Karl Rove in The Wall Street Journal on picking Dick Cheney Mitt Romney probably won't select a running mate until shortly before the August nominating convention, meaning we face four more months of pundits handicapping the race. "This exercise is largely useless," writes Rove, both because pundits rarely guess correctly, and history has shown that running mates are rarely, if ever, decisive in an election. Rove reveals that George W. Bush knew to focus on governing capability not political benefit when he picked Dick Cheney over Rove's many political objections. "There's a lesson there for Mr. Romney. Choose the best person for the job. Leave the politics to the staff."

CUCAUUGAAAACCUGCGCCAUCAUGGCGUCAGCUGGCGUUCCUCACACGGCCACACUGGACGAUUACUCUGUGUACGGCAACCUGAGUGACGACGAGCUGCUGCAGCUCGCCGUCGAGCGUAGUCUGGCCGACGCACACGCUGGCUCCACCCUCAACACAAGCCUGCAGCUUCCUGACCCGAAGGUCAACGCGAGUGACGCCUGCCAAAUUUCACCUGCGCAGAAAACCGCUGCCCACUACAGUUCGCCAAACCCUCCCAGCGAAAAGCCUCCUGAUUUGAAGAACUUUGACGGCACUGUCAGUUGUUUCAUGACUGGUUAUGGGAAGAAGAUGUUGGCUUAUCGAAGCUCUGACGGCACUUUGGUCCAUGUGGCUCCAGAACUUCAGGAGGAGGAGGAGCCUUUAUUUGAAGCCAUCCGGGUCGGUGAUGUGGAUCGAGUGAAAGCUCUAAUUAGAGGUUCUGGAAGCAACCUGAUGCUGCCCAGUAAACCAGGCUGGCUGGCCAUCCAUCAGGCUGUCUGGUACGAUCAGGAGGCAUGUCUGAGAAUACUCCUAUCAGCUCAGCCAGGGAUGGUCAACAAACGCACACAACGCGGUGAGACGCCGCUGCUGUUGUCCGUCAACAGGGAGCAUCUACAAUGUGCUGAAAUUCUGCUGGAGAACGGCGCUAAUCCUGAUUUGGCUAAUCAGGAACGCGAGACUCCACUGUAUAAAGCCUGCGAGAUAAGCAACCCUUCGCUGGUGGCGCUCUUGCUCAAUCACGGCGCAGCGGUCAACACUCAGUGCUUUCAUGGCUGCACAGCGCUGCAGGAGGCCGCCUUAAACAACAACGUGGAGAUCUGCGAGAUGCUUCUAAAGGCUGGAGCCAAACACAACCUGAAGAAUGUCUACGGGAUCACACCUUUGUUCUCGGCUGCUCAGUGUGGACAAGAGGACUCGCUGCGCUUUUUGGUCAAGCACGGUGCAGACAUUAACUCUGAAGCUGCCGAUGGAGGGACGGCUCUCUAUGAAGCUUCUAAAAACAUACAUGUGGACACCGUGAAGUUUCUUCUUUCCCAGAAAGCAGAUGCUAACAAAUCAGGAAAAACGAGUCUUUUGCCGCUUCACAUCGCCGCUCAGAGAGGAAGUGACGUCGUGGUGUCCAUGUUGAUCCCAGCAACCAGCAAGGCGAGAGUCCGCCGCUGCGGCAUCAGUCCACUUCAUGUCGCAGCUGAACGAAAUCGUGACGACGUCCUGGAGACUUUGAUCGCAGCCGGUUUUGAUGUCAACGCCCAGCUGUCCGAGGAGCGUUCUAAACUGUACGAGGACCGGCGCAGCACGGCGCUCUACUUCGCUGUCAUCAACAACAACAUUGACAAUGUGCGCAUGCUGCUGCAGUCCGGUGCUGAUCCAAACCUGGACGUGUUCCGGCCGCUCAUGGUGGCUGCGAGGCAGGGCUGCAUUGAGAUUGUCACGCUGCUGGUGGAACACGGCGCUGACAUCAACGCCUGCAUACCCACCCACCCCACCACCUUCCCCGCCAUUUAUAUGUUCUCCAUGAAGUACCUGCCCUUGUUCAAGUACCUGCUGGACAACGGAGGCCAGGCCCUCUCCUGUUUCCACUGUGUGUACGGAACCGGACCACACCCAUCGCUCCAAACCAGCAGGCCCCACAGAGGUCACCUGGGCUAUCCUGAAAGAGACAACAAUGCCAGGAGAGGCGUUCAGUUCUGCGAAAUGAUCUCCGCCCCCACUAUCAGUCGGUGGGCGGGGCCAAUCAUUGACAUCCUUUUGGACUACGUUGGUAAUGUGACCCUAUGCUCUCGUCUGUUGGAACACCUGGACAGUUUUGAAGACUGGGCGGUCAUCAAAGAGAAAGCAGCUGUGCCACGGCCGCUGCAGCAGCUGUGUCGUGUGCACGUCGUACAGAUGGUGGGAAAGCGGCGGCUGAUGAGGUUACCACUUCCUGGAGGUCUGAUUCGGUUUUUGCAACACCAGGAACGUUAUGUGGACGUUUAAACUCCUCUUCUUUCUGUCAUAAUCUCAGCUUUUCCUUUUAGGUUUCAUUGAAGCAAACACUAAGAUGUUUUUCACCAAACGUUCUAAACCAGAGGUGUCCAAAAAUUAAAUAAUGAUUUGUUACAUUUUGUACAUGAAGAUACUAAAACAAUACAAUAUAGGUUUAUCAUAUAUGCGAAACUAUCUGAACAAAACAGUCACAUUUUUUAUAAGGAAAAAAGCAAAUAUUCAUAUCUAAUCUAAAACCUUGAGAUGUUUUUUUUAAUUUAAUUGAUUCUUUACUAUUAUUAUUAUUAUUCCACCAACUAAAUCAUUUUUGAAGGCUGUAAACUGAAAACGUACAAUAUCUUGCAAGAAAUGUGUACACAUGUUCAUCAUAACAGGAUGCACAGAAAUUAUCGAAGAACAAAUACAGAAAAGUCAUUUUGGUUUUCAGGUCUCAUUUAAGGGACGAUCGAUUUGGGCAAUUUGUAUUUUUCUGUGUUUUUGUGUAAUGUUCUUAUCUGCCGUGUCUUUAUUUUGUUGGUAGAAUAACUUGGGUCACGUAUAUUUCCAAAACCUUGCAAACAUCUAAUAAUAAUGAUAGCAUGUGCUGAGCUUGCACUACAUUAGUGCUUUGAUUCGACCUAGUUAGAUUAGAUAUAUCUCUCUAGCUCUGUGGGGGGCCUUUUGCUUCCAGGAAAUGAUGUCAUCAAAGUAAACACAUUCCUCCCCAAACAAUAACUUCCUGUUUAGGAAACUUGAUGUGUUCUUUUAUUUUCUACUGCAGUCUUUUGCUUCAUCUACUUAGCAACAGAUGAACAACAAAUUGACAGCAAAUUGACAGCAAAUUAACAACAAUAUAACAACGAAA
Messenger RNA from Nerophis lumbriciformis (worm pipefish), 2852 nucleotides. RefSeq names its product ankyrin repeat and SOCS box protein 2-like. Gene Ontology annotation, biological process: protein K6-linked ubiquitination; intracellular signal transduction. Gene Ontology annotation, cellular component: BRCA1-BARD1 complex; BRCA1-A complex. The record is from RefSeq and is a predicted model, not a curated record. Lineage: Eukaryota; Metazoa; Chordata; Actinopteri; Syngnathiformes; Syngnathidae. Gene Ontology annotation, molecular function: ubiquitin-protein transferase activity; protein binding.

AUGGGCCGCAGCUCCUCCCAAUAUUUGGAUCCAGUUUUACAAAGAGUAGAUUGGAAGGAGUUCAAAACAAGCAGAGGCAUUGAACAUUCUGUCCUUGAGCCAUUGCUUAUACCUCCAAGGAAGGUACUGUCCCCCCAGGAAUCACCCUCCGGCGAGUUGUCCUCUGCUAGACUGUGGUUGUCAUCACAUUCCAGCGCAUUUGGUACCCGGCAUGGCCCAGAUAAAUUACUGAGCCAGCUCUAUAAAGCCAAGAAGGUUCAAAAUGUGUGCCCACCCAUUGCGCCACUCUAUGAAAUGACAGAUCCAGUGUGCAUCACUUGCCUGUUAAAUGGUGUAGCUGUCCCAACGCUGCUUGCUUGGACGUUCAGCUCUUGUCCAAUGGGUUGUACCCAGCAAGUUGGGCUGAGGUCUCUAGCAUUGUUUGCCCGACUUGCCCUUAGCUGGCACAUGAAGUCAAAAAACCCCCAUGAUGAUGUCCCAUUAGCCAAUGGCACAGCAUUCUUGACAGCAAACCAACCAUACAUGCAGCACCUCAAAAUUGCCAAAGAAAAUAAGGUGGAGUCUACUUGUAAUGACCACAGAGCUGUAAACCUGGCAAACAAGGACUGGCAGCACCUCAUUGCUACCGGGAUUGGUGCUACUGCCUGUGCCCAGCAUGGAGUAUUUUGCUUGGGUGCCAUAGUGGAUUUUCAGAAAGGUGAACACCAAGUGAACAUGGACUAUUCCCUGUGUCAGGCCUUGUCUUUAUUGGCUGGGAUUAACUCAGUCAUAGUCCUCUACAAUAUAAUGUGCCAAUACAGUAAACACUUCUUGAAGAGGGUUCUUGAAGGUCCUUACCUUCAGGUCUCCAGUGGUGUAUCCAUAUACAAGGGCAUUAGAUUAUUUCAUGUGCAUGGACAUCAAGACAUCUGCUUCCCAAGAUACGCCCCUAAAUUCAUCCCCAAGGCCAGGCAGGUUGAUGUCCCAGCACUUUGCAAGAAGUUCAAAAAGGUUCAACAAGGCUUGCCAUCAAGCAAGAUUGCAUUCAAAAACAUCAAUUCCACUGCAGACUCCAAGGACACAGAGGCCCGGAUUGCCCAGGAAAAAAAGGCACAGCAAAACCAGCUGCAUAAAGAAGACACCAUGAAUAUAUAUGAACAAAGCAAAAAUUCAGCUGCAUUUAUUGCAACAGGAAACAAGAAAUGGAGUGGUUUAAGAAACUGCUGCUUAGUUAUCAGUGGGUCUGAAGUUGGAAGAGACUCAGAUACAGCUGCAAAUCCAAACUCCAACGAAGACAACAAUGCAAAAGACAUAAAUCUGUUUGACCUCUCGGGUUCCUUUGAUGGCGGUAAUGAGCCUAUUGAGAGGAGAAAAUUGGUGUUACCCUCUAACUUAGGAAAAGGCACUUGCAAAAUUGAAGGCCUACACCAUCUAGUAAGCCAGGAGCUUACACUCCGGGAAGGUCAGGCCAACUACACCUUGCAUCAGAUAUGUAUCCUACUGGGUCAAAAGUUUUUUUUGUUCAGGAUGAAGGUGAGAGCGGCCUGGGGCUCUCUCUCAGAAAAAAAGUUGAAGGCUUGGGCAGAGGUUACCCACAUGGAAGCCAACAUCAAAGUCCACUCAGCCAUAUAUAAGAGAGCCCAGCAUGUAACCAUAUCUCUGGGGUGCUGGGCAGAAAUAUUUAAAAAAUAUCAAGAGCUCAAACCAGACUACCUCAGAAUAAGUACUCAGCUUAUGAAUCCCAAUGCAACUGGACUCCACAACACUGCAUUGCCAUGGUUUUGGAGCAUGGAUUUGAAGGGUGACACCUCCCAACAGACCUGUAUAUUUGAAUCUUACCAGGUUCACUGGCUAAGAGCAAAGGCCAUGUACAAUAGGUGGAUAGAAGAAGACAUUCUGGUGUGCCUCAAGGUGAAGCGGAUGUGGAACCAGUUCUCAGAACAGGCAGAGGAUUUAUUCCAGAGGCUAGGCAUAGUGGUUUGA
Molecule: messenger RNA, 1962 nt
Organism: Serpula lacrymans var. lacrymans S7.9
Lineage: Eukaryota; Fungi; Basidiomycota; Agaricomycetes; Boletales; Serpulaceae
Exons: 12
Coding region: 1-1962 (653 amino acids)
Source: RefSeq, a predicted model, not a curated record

Ezra Klein in Bloomberg View on money in Congressional races Both Barack Obama and Mitt Romney may raise more money than any presidential campaign in history, but it is far less likely to have an impact on their race than the money that will pour into Congressional elections. "Money is least useful in contests where news coverage is most intense and opinions are most entrenched. ... how many people do you know with a strong opinion on their congressman?" Klein asks. He retells a story featured on an episode of 'This American Life,' in which Ami Bera launched a long-shot campaign against Rep. Dan Lungren. He nearly overtook him utnil a last minute campaign of negative ads funded by a Super PAC took him down. Congressmen know this can happen and they listen when a Super PAC calls to tell them their opinion on an issue. "The result, then, isn’t just that moneyed interests can throw congressional elections. It’s that they wield more influence after the election."